Interest only mortgages explained
Interest only mortgages are homeowner loans where repayments only consist of interest charged on the total amount of capital borrowed. The Mortgage Market Review (MMR) of 2014 made changes to mortgage lending rules in response to the financial crisis of 2008. During 2014 interest only mortgages came under a lot of scrutiny. Changes to lending rules reduced the reliance on the anticipated value of properties at the end of a mortgage term – when the capital borrowed is due for repayment. And also reduced the reliance on expected inheritance for borrowers. At the same time there was an increased reliance on proof of sustained earnings, and a requirement for safety-net savings to cover unexpected reduction of income. As a result, the number of lenders offering interest only mortgages reduced.
Recently however, the variety of interest only mortgages that are available from lenders has increased; including lifetime interest only mortgages for people aged from 55 years’ old.
The appeal of interest only mortgages
For those borrowers with at least 25% deposit or equity in their property then interest only mortgages are an option again and can appeal.
In the southeast and in London where property prices are typically higher, buying a property with an interest only mortgage may mean that mortgage repayments are more affordable. Where mortgage applicants have irregular earnings; because they are free-lancers, self-employed or business owners, the lower monthly repayment commitments of an interest only mortgages might also hold more appeal.
For buy-to-let investors interest only mortgages can help to maximise rental yields, and for others an interest only mortgage may create an opportunity to get on the property ladder.
What to do at the end of an interest only mortgage term
For historic interest only borrowers, who do not have a repayment vehicle to repay the mortgage and do not want to sell; then there are options to mortgage again and remain in the property. If the borrower is aged 55 years’ old or older, they may be eligible for a lifetime mortgage or a retirement mortgage.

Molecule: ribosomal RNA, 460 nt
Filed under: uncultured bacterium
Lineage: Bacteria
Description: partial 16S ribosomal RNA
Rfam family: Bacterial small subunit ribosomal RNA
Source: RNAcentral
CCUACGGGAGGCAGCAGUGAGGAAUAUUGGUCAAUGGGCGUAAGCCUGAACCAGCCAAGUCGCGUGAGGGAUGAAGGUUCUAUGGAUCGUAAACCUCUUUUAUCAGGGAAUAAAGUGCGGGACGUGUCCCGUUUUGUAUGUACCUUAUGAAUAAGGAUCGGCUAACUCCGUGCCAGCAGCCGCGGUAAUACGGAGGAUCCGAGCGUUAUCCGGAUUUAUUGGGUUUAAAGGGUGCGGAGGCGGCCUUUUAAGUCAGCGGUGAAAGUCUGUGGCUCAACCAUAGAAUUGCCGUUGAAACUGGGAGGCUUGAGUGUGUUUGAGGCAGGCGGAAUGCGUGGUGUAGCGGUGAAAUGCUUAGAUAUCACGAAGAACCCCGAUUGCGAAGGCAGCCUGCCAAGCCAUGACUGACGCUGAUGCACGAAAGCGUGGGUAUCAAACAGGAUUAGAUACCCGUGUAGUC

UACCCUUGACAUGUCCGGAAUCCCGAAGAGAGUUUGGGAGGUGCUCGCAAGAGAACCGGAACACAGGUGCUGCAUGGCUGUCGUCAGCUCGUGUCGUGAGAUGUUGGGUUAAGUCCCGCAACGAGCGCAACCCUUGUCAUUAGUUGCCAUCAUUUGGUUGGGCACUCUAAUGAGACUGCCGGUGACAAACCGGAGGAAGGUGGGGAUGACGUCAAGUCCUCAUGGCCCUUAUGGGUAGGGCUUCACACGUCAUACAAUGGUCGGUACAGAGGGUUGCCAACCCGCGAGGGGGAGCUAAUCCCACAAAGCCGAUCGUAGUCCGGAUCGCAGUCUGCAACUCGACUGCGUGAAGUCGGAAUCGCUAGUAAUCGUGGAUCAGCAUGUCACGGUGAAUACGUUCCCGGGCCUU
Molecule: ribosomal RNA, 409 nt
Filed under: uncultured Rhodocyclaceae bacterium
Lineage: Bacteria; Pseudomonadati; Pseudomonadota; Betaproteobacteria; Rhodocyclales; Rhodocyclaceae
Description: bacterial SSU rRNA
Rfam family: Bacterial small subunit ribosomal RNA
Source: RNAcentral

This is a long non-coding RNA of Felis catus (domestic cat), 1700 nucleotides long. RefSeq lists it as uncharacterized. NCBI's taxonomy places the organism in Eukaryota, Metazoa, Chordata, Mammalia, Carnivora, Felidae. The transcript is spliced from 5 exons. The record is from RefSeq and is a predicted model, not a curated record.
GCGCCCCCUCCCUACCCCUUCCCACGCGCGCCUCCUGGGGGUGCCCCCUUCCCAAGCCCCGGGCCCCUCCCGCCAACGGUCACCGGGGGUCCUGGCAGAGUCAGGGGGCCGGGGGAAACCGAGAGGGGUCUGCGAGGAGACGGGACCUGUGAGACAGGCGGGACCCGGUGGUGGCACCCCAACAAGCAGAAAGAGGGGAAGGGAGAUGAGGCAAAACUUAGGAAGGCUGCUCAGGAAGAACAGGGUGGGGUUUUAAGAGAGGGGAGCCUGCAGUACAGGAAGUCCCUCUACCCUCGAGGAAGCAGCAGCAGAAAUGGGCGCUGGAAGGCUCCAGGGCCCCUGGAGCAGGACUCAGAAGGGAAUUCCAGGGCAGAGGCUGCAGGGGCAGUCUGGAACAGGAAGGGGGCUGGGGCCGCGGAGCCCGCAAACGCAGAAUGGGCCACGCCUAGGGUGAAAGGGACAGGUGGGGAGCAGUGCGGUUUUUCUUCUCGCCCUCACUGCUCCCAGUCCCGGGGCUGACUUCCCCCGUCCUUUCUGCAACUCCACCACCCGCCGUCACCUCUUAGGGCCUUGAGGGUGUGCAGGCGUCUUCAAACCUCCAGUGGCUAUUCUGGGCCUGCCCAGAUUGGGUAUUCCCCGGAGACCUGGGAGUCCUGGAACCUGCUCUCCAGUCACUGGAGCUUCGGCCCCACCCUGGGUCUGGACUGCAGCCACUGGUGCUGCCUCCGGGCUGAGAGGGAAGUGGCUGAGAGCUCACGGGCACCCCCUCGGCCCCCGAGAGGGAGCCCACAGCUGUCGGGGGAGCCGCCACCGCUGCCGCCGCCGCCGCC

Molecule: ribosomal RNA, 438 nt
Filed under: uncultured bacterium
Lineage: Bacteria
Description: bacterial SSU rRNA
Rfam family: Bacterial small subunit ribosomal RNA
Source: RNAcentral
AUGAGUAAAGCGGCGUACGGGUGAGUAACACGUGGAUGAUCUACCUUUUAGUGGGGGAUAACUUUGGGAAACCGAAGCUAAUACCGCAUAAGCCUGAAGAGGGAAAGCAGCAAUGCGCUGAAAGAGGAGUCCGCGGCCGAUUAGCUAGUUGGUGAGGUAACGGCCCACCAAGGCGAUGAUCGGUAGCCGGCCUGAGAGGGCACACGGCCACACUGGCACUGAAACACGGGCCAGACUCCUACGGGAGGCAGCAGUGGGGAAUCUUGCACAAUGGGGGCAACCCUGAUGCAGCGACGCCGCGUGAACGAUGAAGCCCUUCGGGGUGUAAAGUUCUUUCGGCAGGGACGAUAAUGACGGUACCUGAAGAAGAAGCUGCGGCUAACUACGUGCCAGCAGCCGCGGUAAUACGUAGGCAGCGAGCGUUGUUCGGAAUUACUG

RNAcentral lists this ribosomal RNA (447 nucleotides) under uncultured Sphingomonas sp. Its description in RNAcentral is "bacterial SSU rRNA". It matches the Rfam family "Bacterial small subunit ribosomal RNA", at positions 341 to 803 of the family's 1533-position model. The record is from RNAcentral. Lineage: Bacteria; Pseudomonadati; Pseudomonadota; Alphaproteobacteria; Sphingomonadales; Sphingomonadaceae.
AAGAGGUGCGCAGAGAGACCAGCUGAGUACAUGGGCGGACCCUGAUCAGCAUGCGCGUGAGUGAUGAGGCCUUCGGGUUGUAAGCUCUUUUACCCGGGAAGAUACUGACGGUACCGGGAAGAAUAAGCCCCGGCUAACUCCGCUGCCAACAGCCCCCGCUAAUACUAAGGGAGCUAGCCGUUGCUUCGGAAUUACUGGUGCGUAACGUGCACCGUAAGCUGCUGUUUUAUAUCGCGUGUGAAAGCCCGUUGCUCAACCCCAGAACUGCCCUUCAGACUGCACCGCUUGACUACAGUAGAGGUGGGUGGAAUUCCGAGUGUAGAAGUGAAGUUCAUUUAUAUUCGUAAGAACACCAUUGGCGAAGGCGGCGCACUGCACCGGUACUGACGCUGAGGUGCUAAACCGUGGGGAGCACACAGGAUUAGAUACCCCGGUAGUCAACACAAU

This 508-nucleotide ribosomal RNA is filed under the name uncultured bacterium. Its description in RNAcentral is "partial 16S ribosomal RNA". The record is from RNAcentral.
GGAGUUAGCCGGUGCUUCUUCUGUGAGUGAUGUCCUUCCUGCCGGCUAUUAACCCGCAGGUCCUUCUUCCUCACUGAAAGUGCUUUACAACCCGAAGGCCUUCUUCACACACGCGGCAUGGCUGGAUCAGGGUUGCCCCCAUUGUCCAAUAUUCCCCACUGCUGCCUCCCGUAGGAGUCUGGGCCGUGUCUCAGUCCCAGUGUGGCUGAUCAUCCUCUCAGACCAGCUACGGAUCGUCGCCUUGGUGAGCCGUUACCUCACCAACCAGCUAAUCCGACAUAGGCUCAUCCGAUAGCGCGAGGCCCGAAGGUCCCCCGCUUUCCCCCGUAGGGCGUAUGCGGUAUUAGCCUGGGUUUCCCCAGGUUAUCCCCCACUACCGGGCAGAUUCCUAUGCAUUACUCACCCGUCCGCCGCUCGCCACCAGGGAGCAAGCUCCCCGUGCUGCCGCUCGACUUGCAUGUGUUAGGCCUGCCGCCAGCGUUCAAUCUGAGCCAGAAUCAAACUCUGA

There are several types of repayment methods available with lifetime mortgages such as “interest roll” where the monthly interest payments are rolled up onto the outstanding debt instead of having to pay monthly interest. There are also Flexible Lifetime mortgages which allow borrowers to make voluntary payments towards the mortgage if they want to. Some of these plans have monthly interest payment options; but if borrowers decide that they do not want to make any payments at all, they do not have to and the interest will again be rolled up onto the outstanding debt. Another option is Drawdown Lifetime Mortgages which enable borrowers to release the money from their property flexibly, as and when they need it. They can choose to keep the money in a reserve account ready to drawdown whenever they wish.
Interest will not build up on the money held in reserve until the borrower has released it, allowing them to minimise the amount of interest paid, whilst having the safety of a cash reserve.
For ageing borrowers; the term of mortgages available typically shrink. However; more and more lenders are offering mortgage products into retirement and it possible to have a term that will take you to the age of 85. The mortgage term and interest rates available for interest only, and for repayment mortgages vary widely. There is a lot to consider regarding the type of mortgage to take out, combined with the age and financial goals of the applicant.
As ever we would urge homeowners and would-be homeowners to speak to a specialist mortgage or equity release IFA.
Please call our team of Chichester-based IFAs on 01243 532 635 to arrange a consultation.
To discuss mortgages please ask to speak to James Mayne.
To discuss life assurance, serious illness cover, equity release (to provide for retirement income) and income protection insurances please ask to speak to Hamish Gairns.
To discuss pensions, retirement and investment plans (including ISA’s) with us please ask to speak to Richard Smith.
Mortgages, lifetime mortgages, home improvement loans that are secured against a property, and remortgages are subject to the same regulation.
Meaning that homes are at risk of repossession if mortgage repayments are not made.